A movie log formerly known as Bookishness / By Charles Matthews
"Dazzled by so many and such marvelous inventions, the people of Macondo ... became indignant over the living images that the prosperous merchant Bruno Crespi projected in the theater with the lion-head ticket windows, for a character who had died and was buried in one film and for whose misfortune tears had been shed would reappear alive and transformed into an Arab in the next one. The audience, who had paid two cents apiece to share the difficulties of the actors, would not tolerate that outlandish fraud and they broke up the seats. The mayor, at the urging of Bruno Crespi, explained in a proclamation that the cinema was a machine of illusions that did not merit the emotional outbursts of the audience. With that discouraging explanation many ... decided not to return to the movies, considering that they already had too many troubles of their own to weep over the acted-out misfortunes of imaginary beings."--Gabriel García Márquez, One Hundred Years of Solitude
Wednesday, October 14, 2015
The Confession (Costa-Gavras, 1970)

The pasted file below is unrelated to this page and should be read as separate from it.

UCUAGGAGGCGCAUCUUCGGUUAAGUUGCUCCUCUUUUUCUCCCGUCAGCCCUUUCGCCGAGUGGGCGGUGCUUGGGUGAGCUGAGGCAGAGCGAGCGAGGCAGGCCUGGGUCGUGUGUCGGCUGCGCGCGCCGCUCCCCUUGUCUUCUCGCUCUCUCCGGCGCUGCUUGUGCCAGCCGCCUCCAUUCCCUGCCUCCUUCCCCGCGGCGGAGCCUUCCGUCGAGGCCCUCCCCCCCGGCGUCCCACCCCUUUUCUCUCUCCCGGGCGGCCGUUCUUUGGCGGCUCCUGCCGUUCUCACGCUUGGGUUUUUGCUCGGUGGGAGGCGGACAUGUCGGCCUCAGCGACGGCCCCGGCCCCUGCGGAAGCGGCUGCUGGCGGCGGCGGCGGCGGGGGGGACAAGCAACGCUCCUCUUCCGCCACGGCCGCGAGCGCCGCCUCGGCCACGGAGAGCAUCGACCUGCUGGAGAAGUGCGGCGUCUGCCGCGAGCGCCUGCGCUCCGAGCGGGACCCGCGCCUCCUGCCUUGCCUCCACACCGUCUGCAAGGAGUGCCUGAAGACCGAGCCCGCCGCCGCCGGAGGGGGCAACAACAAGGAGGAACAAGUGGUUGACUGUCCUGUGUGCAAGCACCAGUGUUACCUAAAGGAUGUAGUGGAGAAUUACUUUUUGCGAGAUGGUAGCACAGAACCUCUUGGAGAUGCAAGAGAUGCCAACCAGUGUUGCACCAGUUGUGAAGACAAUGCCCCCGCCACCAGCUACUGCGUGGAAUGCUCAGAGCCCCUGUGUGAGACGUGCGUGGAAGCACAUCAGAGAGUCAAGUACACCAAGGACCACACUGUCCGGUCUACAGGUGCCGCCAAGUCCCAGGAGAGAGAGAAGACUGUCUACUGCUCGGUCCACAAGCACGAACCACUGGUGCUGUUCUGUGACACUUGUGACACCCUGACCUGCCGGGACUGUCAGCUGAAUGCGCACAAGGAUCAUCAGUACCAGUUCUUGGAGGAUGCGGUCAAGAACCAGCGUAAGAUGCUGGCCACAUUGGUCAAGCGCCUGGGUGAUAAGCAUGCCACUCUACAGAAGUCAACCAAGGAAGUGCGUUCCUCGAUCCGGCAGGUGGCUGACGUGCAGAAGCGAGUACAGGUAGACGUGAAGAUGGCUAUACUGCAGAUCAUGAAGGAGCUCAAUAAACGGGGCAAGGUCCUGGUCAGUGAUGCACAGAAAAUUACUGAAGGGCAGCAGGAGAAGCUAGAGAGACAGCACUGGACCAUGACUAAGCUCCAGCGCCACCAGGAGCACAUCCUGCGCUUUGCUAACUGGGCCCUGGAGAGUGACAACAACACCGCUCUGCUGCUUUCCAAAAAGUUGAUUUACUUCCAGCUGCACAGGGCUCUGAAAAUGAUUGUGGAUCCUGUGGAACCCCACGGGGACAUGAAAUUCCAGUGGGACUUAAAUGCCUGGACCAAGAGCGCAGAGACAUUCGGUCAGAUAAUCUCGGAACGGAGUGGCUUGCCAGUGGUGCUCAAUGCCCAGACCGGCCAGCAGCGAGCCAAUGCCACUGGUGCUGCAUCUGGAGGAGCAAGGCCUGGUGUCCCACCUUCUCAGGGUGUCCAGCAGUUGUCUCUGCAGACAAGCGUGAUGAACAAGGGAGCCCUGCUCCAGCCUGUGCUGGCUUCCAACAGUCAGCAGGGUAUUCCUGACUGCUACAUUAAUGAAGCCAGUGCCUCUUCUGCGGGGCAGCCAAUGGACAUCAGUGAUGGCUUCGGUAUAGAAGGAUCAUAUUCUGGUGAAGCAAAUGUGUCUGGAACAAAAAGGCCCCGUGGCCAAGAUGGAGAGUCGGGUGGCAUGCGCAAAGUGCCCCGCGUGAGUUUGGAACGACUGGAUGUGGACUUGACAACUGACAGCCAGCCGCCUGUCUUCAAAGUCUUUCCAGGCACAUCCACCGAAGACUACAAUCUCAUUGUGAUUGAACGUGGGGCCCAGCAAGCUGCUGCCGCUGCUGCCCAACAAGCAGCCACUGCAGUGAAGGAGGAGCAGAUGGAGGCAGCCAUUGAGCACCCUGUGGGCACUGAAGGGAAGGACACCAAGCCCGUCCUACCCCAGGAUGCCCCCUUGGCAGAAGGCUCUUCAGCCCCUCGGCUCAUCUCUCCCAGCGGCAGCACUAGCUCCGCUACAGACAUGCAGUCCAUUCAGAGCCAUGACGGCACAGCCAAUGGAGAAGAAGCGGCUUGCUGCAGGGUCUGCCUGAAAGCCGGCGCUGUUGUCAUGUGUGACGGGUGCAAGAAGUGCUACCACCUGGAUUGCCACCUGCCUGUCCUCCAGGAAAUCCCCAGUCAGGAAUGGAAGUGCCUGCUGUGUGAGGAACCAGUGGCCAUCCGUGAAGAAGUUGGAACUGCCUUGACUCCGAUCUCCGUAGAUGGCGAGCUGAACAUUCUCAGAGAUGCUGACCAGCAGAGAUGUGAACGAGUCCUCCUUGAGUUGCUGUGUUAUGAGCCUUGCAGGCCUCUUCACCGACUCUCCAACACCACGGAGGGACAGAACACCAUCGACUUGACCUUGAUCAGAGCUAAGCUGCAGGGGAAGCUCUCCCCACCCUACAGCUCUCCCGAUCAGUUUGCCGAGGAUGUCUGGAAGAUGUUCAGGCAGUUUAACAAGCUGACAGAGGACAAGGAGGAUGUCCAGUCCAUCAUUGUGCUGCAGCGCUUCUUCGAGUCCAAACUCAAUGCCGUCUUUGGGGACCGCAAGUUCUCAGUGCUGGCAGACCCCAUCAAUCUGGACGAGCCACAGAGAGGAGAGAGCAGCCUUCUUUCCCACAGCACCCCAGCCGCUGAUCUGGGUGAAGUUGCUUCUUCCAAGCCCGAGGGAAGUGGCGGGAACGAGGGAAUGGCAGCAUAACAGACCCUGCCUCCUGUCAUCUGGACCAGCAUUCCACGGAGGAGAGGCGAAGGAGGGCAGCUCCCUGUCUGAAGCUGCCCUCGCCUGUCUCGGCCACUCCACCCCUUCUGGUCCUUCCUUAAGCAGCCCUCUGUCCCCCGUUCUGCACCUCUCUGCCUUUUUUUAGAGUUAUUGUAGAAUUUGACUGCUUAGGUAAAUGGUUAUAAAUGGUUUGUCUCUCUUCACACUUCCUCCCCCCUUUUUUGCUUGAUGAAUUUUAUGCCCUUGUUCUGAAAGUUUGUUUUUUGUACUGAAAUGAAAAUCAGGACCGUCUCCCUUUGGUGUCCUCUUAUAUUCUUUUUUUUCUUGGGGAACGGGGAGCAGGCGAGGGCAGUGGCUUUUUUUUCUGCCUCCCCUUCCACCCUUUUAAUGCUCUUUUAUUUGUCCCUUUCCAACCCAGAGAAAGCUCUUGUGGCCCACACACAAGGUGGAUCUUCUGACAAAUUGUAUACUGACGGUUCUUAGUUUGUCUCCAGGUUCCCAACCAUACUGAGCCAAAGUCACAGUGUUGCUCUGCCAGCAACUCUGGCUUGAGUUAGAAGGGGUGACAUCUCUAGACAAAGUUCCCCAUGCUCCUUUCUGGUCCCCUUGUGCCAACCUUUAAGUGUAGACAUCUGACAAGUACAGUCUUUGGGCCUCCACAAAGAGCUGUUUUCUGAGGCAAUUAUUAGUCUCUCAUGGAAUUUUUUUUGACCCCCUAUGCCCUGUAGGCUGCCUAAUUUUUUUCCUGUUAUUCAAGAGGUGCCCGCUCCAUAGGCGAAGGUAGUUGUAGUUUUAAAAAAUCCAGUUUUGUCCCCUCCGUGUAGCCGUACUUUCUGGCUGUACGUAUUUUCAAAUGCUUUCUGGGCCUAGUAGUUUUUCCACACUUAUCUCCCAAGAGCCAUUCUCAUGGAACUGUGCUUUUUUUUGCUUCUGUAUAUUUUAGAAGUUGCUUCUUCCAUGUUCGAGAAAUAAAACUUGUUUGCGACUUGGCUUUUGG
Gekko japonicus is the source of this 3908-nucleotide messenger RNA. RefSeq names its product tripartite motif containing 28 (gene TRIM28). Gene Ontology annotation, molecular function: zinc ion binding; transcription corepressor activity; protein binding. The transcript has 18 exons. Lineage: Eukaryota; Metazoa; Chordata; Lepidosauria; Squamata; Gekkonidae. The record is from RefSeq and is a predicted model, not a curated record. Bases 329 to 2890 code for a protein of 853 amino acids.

Ideologies are only as workable as the people who believe in them, which given the human drive toward power isn't very much. Costa-Gavras's film hasn't really dated much since its release 45 years ago. We are still faced with ideologues whose sole aim is to increase their own power in the name of some group or faction -- witness the current disarray of the Republican Party caused by the recalcitrance of the Tea Party faction in Congress. Which is not to say that the purge of John Boehner is anything as grave as the purges in the communist party in the Soviet Union under Stalin in the 1930s and in Czechoslovakia under Stalinist puppets in the 1950s. Yves Montand plays Gérard, a Czech communist official, based on a real figure, Artur London, who was accused of being a Trotskyite and a Titoist and of collaborating with American spies. He resisted torturous interrogation as long as possible before confessing. Sentenced to life imprisonment, he was released after serving several years in prison. The film ends with Gérard, still a disillusioned but hopeful communist, witnessing the 1968 Soviet crackdown against the "Prague Spring" reformists. It's an overlong but often effective movie, with fine performances by Montand, Simone Signoret as his wife, and Gabriele Ferzetti as the interrogator Kohoutek, a former Gestapo agent recruited by the communists to crack the people they want to purge.